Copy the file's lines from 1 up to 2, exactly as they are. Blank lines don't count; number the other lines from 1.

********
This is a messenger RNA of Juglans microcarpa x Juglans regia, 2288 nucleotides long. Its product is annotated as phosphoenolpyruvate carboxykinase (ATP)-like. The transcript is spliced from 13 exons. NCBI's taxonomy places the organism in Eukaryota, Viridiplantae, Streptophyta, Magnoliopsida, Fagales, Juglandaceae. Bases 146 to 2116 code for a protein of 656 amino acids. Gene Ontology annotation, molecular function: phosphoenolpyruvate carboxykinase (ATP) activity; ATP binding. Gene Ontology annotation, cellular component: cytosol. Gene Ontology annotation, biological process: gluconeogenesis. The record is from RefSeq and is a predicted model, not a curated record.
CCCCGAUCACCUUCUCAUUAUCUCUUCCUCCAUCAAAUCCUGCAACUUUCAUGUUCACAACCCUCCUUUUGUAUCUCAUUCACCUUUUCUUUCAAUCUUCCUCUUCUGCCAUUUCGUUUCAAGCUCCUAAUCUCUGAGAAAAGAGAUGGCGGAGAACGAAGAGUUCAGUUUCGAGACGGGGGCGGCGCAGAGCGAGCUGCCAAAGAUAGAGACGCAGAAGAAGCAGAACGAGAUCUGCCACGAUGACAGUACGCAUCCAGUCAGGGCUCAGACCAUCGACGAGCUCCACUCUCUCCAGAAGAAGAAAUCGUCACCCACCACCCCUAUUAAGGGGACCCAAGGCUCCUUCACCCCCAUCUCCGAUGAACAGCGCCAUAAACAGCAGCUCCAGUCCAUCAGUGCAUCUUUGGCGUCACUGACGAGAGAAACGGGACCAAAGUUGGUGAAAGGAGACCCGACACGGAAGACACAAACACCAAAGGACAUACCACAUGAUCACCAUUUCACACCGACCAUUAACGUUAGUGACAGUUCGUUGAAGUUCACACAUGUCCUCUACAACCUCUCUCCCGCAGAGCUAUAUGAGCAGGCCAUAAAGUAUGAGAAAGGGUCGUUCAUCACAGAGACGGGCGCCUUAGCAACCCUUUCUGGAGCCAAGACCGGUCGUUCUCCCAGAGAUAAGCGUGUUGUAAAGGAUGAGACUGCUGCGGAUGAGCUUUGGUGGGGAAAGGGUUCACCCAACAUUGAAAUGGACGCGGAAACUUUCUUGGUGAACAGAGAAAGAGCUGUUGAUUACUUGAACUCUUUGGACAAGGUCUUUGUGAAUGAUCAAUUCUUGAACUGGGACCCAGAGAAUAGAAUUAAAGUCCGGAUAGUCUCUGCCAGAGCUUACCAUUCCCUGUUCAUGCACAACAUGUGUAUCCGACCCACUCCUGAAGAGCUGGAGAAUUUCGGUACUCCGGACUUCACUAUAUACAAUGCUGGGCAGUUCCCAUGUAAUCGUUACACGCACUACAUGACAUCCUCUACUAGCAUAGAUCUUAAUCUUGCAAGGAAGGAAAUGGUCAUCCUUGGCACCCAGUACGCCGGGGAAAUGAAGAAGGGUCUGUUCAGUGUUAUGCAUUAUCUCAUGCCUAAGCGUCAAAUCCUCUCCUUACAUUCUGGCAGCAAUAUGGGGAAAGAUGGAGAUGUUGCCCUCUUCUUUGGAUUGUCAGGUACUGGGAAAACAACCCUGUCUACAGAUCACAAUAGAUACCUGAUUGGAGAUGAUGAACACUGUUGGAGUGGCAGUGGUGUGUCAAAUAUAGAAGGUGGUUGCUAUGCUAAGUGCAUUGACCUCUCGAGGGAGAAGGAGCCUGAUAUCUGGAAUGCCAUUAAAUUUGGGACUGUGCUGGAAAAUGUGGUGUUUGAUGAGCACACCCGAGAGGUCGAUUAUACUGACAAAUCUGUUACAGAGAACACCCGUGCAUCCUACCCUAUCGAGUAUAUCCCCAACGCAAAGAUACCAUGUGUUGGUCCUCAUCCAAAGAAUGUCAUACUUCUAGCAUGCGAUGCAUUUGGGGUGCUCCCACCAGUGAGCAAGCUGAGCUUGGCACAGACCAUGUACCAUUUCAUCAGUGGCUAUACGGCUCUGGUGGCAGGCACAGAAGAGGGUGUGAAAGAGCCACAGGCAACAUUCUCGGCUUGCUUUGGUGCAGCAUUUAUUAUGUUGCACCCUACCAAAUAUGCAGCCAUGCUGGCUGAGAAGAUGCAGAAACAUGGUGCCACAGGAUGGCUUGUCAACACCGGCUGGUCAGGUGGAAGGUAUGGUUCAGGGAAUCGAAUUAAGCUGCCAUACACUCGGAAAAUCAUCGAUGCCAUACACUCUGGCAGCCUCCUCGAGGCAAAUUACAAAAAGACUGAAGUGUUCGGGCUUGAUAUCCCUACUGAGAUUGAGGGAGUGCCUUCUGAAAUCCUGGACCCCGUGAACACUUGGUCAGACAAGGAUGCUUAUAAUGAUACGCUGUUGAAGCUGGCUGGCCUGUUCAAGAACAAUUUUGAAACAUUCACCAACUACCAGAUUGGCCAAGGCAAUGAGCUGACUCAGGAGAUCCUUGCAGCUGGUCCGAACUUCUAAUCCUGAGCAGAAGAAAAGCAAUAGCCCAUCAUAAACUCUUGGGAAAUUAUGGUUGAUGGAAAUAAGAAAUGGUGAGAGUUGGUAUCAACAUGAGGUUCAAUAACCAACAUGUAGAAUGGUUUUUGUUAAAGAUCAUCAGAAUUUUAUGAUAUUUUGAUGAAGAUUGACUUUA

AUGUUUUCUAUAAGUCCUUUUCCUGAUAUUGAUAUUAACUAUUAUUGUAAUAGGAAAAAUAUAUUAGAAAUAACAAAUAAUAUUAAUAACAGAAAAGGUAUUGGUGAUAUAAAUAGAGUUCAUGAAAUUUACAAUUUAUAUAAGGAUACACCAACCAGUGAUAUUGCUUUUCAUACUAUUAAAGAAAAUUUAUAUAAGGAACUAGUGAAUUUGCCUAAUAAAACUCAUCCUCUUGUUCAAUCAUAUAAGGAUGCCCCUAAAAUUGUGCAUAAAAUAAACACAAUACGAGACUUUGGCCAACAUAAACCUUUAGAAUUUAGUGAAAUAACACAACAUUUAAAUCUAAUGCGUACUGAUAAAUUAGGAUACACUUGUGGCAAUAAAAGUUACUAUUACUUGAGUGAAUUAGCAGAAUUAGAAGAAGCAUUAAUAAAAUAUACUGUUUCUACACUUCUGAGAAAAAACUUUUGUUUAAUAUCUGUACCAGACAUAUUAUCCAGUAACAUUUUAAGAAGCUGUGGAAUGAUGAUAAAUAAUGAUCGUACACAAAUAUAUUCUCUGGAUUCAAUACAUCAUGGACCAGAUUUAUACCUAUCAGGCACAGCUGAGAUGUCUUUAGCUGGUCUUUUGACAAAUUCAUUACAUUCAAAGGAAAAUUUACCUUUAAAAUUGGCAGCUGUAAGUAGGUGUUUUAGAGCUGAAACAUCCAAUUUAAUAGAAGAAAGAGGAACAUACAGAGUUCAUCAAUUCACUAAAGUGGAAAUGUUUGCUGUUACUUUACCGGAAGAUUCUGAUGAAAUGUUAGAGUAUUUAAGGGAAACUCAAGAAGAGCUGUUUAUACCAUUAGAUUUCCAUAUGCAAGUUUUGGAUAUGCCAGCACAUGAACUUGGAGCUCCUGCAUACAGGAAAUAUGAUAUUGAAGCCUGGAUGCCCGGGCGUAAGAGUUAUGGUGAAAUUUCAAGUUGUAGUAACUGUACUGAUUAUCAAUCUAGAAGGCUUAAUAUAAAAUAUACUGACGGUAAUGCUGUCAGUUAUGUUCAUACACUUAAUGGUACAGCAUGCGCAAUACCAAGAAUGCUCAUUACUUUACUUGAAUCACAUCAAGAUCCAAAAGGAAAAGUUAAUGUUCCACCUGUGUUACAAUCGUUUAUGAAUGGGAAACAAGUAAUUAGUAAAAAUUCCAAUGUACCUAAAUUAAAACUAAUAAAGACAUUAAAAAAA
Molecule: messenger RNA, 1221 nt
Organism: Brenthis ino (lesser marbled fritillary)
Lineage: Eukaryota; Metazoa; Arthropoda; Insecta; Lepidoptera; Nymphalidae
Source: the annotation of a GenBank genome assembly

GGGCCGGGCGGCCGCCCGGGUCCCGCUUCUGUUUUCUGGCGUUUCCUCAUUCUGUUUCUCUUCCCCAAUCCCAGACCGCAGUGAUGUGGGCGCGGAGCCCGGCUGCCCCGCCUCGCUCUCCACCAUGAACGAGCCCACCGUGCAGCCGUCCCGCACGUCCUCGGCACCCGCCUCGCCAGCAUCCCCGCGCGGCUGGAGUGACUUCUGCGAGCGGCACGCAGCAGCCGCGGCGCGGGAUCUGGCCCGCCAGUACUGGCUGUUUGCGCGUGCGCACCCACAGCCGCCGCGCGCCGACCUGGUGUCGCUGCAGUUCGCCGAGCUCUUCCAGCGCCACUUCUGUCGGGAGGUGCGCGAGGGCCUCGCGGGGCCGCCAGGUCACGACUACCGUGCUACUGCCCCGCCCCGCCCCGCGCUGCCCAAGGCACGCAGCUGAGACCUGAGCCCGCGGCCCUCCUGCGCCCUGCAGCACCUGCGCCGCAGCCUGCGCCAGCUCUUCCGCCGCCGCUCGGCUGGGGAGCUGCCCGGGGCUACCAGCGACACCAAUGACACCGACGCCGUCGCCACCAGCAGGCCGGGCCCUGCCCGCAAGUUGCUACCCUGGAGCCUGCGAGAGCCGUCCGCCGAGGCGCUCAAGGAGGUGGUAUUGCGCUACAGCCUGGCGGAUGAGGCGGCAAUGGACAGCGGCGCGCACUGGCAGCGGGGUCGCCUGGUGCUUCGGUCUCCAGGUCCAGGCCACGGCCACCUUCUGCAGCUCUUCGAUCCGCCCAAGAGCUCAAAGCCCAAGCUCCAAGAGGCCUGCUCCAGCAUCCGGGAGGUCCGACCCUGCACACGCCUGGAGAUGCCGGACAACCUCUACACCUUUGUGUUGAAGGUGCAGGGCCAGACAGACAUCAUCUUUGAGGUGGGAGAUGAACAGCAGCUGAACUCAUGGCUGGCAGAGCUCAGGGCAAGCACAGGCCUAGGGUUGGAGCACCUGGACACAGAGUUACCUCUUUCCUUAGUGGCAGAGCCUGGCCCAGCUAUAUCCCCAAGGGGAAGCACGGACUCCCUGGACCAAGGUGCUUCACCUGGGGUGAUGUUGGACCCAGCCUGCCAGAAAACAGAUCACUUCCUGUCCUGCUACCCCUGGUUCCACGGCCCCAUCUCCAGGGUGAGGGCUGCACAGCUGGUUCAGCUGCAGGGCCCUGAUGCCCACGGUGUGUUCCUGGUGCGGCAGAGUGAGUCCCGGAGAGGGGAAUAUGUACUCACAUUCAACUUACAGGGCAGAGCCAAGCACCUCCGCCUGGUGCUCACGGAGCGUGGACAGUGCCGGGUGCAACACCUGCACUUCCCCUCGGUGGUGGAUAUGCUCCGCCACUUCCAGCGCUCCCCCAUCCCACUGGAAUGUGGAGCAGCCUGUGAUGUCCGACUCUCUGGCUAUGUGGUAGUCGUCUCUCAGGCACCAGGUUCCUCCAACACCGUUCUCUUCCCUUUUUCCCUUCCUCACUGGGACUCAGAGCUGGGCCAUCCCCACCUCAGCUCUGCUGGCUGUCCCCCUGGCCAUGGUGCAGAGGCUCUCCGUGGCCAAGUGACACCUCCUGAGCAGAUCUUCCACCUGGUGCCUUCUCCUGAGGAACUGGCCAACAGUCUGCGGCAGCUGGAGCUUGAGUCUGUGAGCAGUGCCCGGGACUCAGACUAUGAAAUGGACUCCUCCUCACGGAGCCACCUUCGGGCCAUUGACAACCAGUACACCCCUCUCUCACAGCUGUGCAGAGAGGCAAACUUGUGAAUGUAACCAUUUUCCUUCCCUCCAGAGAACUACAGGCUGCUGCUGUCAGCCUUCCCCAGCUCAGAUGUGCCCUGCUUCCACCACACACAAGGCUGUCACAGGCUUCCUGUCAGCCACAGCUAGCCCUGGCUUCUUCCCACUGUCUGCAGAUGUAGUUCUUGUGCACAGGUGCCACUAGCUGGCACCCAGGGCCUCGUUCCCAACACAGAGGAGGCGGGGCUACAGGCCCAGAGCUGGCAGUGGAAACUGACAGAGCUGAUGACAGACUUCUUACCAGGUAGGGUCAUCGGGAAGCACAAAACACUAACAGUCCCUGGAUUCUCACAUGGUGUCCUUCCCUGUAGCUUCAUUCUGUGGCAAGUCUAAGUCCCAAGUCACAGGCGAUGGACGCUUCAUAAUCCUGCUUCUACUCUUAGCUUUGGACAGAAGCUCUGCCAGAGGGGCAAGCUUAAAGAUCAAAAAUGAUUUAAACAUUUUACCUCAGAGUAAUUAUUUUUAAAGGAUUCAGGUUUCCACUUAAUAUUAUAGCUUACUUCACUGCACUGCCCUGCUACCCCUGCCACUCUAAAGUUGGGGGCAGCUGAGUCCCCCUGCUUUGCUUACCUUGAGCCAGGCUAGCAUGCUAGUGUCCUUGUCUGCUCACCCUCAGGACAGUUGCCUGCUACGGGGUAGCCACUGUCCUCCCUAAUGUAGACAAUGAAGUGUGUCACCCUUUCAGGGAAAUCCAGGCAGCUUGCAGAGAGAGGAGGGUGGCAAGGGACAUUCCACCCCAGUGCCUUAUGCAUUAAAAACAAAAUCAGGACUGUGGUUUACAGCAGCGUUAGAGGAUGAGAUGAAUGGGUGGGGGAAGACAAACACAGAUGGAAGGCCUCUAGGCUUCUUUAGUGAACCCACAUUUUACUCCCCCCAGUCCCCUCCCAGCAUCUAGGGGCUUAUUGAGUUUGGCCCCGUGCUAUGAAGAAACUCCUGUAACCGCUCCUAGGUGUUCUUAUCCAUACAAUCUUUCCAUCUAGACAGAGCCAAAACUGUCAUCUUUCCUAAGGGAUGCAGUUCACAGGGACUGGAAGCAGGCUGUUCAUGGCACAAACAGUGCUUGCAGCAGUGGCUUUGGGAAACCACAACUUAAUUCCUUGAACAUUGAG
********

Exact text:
This is a messenger RNA of Juglans microcarpa x Juglans regia, 2288 nucleotides long. Its product is annotated as phosphoenolpyruvate carboxykinase (ATP)-like. The transcript is spliced from 13 exons. NCBI's taxonomy places the organism in Eukaryota, Viridiplantae, Streptophyta, Magnoliopsida, Fagales, Juglandaceae. Bases 146 to 2116 code for a protein of 656 amino acids. Gene Ontology annotation, molecular function: phosphoenolpyruvate carboxykinase (ATP) activity; ATP binding. Gene Ontology annotation, cellular component: cytosol. Gene Ontology annotation, biological process: gluconeogenesis. The record is from RefSeq and is a predicted model, not a curated record.
CCCCGAUCACCUUCUCAUUAUCUCUUCCUCCAUCAAAUCCUGCAACUUUCAUGUUCACAACCCUCCUUUUGUAUCUCAUUCACCUUUUCUUUCAAUCUUCCUCUUCUGCCAUUUCGUUUCAAGCUCCUAAUCUCUGAGAAAAGAGAUGGCGGAGAACGAAGAGUUCAGUUUCGAGACGGGGGCGGCGCAGAGCGAGCUGCCAAAGAUAGAGACGCAGAAGAAGCAGAACGAGAUCUGCCACGAUGACAGUACGCAUCCAGUCAGGGCUCAGACCAUCGACGAGCUCCACUCUCUCCAGAAGAAGAAAUCGUCACCCACCACCCCUAUUAAGGGGACCCAAGGCUCCUUCACCCCCAUCUCCGAUGAACAGCGCCAUAAACAGCAGCUCCAGUCCAUCAGUGCAUCUUUGGCGUCACUGACGAGAGAAACGGGACCAAAGUUGGUGAAAGGAGACCCGACACGGAAGACACAAACACCAAAGGACAUACCACAUGAUCACCAUUUCACACCGACCAUUAACGUUAGUGACAGUUCGUUGAAGUUCACACAUGUCCUCUACAACCUCUCUCCCGCAGAGCUAUAUGAGCAGGCCAUAAAGUAUGAGAAAGGGUCGUUCAUCACAGAGACGGGCGCCUUAGCAACCCUUUCUGGAGCCAAGACCGGUCGUUCUCCCAGAGAUAAGCGUGUUGUAAAGGAUGAGACUGCUGCGGAUGAGCUUUGGUGGGGAAAGGGUUCACCCAACAUUGAAAUGGACGCGGAAACUUUCUUGGUGAACAGAGAAAGAGCUGUUGAUUACUUGAACUCUUUGGACAAGGUCUUUGUGAAUGAUCAAUUCUUGAACUGGGACCCAGAGAAUAGAAUUAAAGUCCGGAUAGUCUCUGCCAGAGCUUACCAUUCCCUGUUCAUGCACAACAUGUGUAUCCGACCCACUCCUGAAGAGCUGGAGAAUUUCGGUACUCCGGACUUCACUAUAUACAAUGCUGGGCAGUUCCCAUGUAAUCGUUACACGCACUACAUGACAUCCUCUACUAGCAUAGAUCUUAAUCUUGCAAGGAAGGAAAUGGUCAUCCUUGGCACCCAGUACGCCGGGGAAAUGAAGAAGGGUCUGUUCAGUGUUAUGCAUUAUCUCAUGCCUAAGCGUCAAAUCCUCUCCUUACAUUCUGGCAGCAAUAUGGGGAAAGAUGGAGAUGUUGCCCUCUUCUUUGGAUUGUCAGGUACUGGGAAAACAACCCUGUCUACAGAUCACAAUAGAUACCUGAUUGGAGAUGAUGAACACUGUUGGAGUGGCAGUGGUGUGUCAAAUAUAGAAGGUGGUUGCUAUGCUAAGUGCAUUGACCUCUCGAGGGAGAAGGAGCCUGAUAUCUGGAAUGCCAUUAAAUUUGGGACUGUGCUGGAAAAUGUGGUGUUUGAUGAGCACACCCGAGAGGUCGAUUAUACUGACAAAUCUGUUACAGAGAACACCCGUGCAUCCUACCCUAUCGAGUAUAUCCCCAACGCAAAGAUACCAUGUGUUGGUCCUCAUCCAAAGAAUGUCAUACUUCUAGCAUGCGAUGCAUUUGGGGUGCUCCCACCAGUGAGCAAGCUGAGCUUGGCACAGACCAUGUACCAUUUCAUCAGUGGCUAUACGGCUCUGGUGGCAGGCACAGAAGAGGGUGUGAAAGAGCCACAGGCAACAUUCUCGGCUUGCUUUGGUGCAGCAUUUAUUAUGUUGCACCCUACCAAAUAUGCAGCCAUGCUGGCUGAGAAGAUGCAGAAACAUGGUGCCACAGGAUGGCUUGUCAACACCGGCUGGUCAGGUGGAAGGUAUGGUUCAGGGAAUCGAAUUAAGCUGCCAUACACUCGGAAAAUCAUCGAUGCCAUACACUCUGGCAGCCUCCUCGAGGCAAAUUACAAAAAGACUGAAGUGUUCGGGCUUGAUAUCCCUACUGAGAUUGAGGGAGUGCCUUCUGAAAUCCUGGACCCCGUGAACACUUGGUCAGACAAGGAUGCUUAUAAUGAUACGCUGUUGAAGCUGGCUGGCCUGUUCAAGAACAAUUUUGAAACAUUCACCAACUACCAGAUUGGCCAAGGCAAUGAGCUGACUCAGGAGAUCCUUGCAGCUGGUCCGAACUUCUAAUCCUGAGCAGAAGAAAAGCAAUAGCCCAUCAUAAACUCUUGGGAAAUUAUGGUUGAUGGAAAUAAGAAAUGGUGAGAGUUGGUAUCAACAUGAGGUUCAAUAACCAACAUGUAGAAUGGUUUUUGUUAAAGAUCAUCAGAAUUUUAUGAUAUUUUGAUGAAGAUUGACUUUA